Well neither do I, do why don't we ease the search a bit

Simply hit Ctrl+F to open up the "Find in page" menu, and type/paste the driver name there.
If we search for the failing driver from my dump file there, we'll be directed to this page.
Quote   Quote: Originally Posted by Carrona
Driver Description: Asmedia USB 3.0 driver

Driver Update Site: ASMedia Technology Inc. ????

Source: Driver Reference Table - asmtxhci.sys
And there is your problem; the USB port driver was failing, and the link to update said driver is displayed under there.




4.
!analyze -v

Now let's use the !analyze -v command to see what we get;
Code:
2: kd> !analyze -v
*******************************************************************************
*                                                                             *
*                        Bugcheck Analysis                                    *
*                                                                             *
*******************************************************************************

ATTEMPTED_EXECUTE_OF_NOEXECUTE_MEMORY (fc)
An attempt was made to execute non-executable memory.  The guilty driver
is on the stack trace (and is typically the current instruction pointer).
When possible, the guilty driver's name (Unicode string) is printed on
the bugcheck screen and saved in KiBugCheckDriver.
Arguments:
Arg1: fffff8a009000100, Virtual address for the attempted execute.
Arg2: 8400000165cf5121, PTE contents.
Arg3: fffff8800655f600, (reserved)
Arg4: 0000000000000002, (reserved)

Debugging Details:
------------------


CUSTOMER_CRASH_COUNT:  1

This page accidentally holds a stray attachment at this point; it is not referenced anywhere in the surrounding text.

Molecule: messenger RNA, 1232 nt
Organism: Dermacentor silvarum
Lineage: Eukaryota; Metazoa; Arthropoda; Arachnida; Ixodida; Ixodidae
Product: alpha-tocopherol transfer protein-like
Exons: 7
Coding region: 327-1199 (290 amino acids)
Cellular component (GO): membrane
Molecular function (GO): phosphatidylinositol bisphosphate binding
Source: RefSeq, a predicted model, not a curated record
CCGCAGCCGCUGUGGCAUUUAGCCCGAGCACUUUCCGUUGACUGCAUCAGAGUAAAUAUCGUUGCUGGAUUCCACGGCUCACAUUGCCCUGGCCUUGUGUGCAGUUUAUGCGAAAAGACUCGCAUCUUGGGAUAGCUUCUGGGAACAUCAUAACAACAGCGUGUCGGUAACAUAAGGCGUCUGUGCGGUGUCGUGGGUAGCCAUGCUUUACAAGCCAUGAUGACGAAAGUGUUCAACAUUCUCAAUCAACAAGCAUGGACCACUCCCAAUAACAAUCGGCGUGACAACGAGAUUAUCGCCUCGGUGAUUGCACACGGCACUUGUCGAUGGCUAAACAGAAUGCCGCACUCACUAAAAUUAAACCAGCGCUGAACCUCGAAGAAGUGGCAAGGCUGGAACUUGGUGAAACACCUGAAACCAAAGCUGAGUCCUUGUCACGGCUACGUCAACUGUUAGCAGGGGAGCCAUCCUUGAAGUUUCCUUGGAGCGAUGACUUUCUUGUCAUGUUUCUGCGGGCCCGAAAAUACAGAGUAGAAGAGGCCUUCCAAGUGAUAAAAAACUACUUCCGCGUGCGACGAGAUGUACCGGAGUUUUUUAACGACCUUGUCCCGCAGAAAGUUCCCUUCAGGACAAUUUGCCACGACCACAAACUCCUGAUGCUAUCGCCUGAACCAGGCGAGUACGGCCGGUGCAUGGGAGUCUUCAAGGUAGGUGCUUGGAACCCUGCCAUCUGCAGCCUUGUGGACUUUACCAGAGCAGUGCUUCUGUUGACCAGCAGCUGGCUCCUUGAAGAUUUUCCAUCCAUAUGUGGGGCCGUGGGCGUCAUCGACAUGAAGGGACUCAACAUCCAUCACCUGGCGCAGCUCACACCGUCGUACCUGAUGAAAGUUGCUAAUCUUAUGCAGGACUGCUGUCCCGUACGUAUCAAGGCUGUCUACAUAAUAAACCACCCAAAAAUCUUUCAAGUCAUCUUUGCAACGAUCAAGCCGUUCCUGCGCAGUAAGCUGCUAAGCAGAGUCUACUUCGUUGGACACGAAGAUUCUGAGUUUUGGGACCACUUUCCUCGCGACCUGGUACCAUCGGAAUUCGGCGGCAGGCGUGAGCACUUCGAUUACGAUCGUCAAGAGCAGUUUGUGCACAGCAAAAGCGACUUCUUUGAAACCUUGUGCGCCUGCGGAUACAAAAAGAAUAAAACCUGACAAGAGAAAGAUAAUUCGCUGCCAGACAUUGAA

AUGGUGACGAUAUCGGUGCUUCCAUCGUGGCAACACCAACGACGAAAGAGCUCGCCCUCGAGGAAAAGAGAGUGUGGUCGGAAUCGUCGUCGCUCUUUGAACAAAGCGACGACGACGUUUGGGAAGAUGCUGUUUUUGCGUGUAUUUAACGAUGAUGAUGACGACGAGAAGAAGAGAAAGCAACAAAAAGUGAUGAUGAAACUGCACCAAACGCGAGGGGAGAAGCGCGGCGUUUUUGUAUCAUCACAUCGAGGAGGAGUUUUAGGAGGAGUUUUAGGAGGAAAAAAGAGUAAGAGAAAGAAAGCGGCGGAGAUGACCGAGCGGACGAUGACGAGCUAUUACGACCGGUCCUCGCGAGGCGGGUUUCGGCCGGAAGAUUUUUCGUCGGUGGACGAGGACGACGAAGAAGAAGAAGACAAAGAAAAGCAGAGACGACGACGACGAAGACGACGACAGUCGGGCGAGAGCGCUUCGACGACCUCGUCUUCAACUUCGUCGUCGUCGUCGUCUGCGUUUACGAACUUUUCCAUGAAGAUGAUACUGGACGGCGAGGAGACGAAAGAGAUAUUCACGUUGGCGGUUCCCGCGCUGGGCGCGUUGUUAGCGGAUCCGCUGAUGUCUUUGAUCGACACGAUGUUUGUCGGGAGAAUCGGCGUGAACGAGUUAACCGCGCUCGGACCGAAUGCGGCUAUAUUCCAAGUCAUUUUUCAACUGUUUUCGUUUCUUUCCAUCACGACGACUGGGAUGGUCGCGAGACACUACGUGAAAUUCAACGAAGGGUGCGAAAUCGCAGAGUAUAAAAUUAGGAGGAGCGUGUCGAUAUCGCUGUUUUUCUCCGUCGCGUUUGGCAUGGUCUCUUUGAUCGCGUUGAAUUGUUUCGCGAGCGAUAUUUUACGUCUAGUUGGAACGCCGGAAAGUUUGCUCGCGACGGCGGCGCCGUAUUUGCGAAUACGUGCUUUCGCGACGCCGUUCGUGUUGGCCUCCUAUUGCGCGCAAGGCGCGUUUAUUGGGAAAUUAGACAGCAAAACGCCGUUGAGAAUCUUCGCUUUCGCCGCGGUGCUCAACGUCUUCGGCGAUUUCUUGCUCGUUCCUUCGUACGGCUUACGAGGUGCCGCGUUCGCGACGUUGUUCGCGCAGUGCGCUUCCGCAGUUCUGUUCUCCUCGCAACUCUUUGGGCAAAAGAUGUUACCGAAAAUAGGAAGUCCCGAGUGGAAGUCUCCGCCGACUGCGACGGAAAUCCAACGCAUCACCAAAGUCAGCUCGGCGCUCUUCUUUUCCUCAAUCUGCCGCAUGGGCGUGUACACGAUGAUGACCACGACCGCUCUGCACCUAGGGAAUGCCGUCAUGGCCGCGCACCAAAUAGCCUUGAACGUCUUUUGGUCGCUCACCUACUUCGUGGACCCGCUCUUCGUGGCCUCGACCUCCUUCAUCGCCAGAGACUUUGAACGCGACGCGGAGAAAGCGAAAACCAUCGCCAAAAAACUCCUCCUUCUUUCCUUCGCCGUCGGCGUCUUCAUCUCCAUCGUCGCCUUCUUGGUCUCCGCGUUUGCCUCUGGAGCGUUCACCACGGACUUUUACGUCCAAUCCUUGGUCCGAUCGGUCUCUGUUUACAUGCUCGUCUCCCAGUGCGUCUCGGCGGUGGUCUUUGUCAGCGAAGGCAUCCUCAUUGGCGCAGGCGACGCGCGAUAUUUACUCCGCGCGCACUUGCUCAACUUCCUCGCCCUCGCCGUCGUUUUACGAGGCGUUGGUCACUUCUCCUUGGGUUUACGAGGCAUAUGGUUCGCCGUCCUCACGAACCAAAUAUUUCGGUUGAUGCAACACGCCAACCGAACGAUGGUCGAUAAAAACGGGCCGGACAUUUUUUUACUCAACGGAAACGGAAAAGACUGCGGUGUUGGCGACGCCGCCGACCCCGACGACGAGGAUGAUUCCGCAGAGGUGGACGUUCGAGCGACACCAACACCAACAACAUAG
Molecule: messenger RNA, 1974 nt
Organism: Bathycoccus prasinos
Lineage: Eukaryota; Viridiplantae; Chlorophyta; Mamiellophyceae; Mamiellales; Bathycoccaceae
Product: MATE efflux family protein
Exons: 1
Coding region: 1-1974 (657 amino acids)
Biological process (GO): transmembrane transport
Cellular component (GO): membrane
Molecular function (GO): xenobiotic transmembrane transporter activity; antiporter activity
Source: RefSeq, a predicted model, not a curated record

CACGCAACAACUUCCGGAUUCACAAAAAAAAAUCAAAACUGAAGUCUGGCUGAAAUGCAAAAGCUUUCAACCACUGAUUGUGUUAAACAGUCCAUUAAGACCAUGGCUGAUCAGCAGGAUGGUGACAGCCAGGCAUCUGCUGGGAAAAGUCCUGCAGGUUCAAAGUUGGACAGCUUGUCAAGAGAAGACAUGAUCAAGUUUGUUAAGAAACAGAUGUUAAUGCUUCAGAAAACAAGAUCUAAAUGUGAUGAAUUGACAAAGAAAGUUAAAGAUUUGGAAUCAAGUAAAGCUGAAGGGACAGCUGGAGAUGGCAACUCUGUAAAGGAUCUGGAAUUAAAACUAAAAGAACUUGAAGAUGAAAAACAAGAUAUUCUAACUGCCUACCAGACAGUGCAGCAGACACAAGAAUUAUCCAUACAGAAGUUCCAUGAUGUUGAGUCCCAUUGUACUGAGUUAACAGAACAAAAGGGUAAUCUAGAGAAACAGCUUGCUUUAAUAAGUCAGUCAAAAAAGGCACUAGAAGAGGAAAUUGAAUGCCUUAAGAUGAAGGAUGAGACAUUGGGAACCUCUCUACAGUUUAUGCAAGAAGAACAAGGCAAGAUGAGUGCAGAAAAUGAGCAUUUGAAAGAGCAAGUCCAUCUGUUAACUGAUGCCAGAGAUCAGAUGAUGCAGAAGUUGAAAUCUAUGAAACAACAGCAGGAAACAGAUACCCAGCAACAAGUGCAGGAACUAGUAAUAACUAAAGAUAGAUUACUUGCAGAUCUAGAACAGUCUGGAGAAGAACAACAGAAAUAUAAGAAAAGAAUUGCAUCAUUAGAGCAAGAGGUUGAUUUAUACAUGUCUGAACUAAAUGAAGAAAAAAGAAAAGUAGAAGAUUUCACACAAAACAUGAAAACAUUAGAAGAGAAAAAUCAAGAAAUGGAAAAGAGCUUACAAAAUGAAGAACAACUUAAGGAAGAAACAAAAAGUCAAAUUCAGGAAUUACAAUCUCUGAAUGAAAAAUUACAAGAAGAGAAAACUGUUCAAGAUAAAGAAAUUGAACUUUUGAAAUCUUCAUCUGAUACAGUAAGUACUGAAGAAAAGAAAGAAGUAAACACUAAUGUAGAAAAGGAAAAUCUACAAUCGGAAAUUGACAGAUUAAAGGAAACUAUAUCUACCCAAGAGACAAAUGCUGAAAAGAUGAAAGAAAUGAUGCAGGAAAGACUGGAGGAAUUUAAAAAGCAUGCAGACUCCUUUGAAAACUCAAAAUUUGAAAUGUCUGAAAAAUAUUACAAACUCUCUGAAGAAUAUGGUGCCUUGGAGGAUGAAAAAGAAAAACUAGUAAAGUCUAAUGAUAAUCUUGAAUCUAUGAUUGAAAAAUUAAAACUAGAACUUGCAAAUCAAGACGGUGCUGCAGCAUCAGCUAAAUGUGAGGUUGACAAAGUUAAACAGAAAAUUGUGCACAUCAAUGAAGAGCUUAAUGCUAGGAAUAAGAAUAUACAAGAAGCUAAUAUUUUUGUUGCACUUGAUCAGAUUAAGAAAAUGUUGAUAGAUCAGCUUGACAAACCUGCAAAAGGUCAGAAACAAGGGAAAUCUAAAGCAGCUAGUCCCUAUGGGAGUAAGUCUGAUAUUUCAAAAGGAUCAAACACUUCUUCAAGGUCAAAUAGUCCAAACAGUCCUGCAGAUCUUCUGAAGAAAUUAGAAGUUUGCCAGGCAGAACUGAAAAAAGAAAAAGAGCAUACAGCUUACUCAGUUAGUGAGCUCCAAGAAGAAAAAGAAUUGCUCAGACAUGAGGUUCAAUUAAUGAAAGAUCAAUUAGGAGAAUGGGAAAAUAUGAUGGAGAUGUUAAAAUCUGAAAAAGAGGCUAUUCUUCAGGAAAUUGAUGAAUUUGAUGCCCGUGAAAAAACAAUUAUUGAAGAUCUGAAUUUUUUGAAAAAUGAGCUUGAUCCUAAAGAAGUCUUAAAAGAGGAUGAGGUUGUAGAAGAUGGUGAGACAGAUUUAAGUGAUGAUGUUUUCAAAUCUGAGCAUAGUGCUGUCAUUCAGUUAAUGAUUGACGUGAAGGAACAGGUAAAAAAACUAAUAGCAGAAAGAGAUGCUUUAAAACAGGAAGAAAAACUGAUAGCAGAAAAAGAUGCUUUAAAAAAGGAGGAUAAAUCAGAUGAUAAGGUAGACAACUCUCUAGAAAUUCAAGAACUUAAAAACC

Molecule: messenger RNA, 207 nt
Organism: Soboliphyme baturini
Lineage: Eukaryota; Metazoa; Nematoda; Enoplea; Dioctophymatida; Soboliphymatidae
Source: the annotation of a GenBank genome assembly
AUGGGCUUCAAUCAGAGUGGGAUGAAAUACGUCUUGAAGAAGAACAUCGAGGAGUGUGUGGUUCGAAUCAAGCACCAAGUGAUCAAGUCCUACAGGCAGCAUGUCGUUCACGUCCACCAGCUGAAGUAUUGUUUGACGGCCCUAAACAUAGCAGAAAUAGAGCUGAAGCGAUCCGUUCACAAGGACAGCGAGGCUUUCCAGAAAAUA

DEFAULT_BUCKET_ID:  WIN7_DRIVER_FAULT

BUGCHECK_STR:  0xFC

PROCESS_NAME:  System

CURRENT_IRQL:  0

TRAP_FRAME:  fffff8800655f600 -- (.trap 0xfffff8800655f600)
NOTE: The trap frame does not contain all registers.
Some register values may be zeroed or incorrect.
rax=fffff8a009000100 rbx=0000000000000000 rcx=fffffa80080ca570
rdx=000000008018e235 rsi=0000000000000000 rdi=0000000000000000
rip=fffff8a009000100 rsp=fffff8800655f798 rbp=fffff8800655f7f0
 r8=fffff8800655f7f0  r9=fffff8800655f7f0 r10=00000000fffffff7
r11=fffff8800655f980 r12=0000000000000000 r13=0000000000000000
r14=0000000000000000 r15=0000000000000000
iopl=0         nv up ei ng nz na po nc
fffff8a0`09000100 0035002c0020    add     byte ptr [fffff8a0`29002d06],dh ds:fffff8a0`29002d06=??
Resetting default scope

LAST_CONTROL_TRANSFER:  from fffff80002f408a8 to fffff80002ec2b80

STACK_TEXT:  
fffff880`0655f498 fffff800`02f408a8 : 00000000`000000fc fffff8a0`09000100 84000001`65cf5121 fffff880`0655f600 : nt!KeBugCheckEx
fffff880`0655f4a0 fffff800`02ec0cae : 00000000`00000008 fffff8a0`09000100 00000000`00000000 fffffa80`080ca570 : nt! ?? ::FNODOBFM::`string'+0x44dfc
fffff880`0655f600 fffff8a0`09000100 : fffff880`088b2dcf 00000000`00000020 fffff800`02e9ce7a 00000000`00000002 : nt!KiPageFault+0x16e
fffff880`0655f798 fffff880`088b2dcf : 00000000`00000020 fffff800`02e9ce7a 00000000`00000002 00000000`00000000 : 0xfffff8a0`09000100
fffff880`0655f7a0 00000000`00000020 : fffff800`02e9ce7a 00000000`00000002 00000000`00000000 fffff800`03052728 : asmtxhci+0x1edcf
fffff880`0655f7a8 fffff800`02e9ce7a : 00000000`00000002 00000000`00000000 fffff800`03052728 fffff880`088aad6c : 0x20
fffff880`0655f7b0 00000000`00000001 : 00000000`00000005 00000000`00000000 fffffa80`080ca570 00000000`00000000 : nt!KeCancelTimer+0x1a
fffff880`0655f7e0 00000000`00000005 : 00000000`00000000 fffffa80`080ca570 00000000`00000000 00000000`00000000 : 0x1
fffff880`0655f7e8 00000000`00000000 : fffffa80`080ca570 00000000`00000000 00000000`00000000 fffff880`088b2f77 : 0x5


STACK_COMMAND:  kb

FOLLOWUP_IP: 
asmtxhci+1edcf
fffff880`088b2dcf ??              ???

SYMBOL_STACK_INDEX:  4

SYMBOL_NAME:  asmtxhci+1edcf

FOLLOWUP_NAME:  MachineOwner

MODULE_NAME: asmtxhci

IMAGE_NAME:  asmtxhci.sys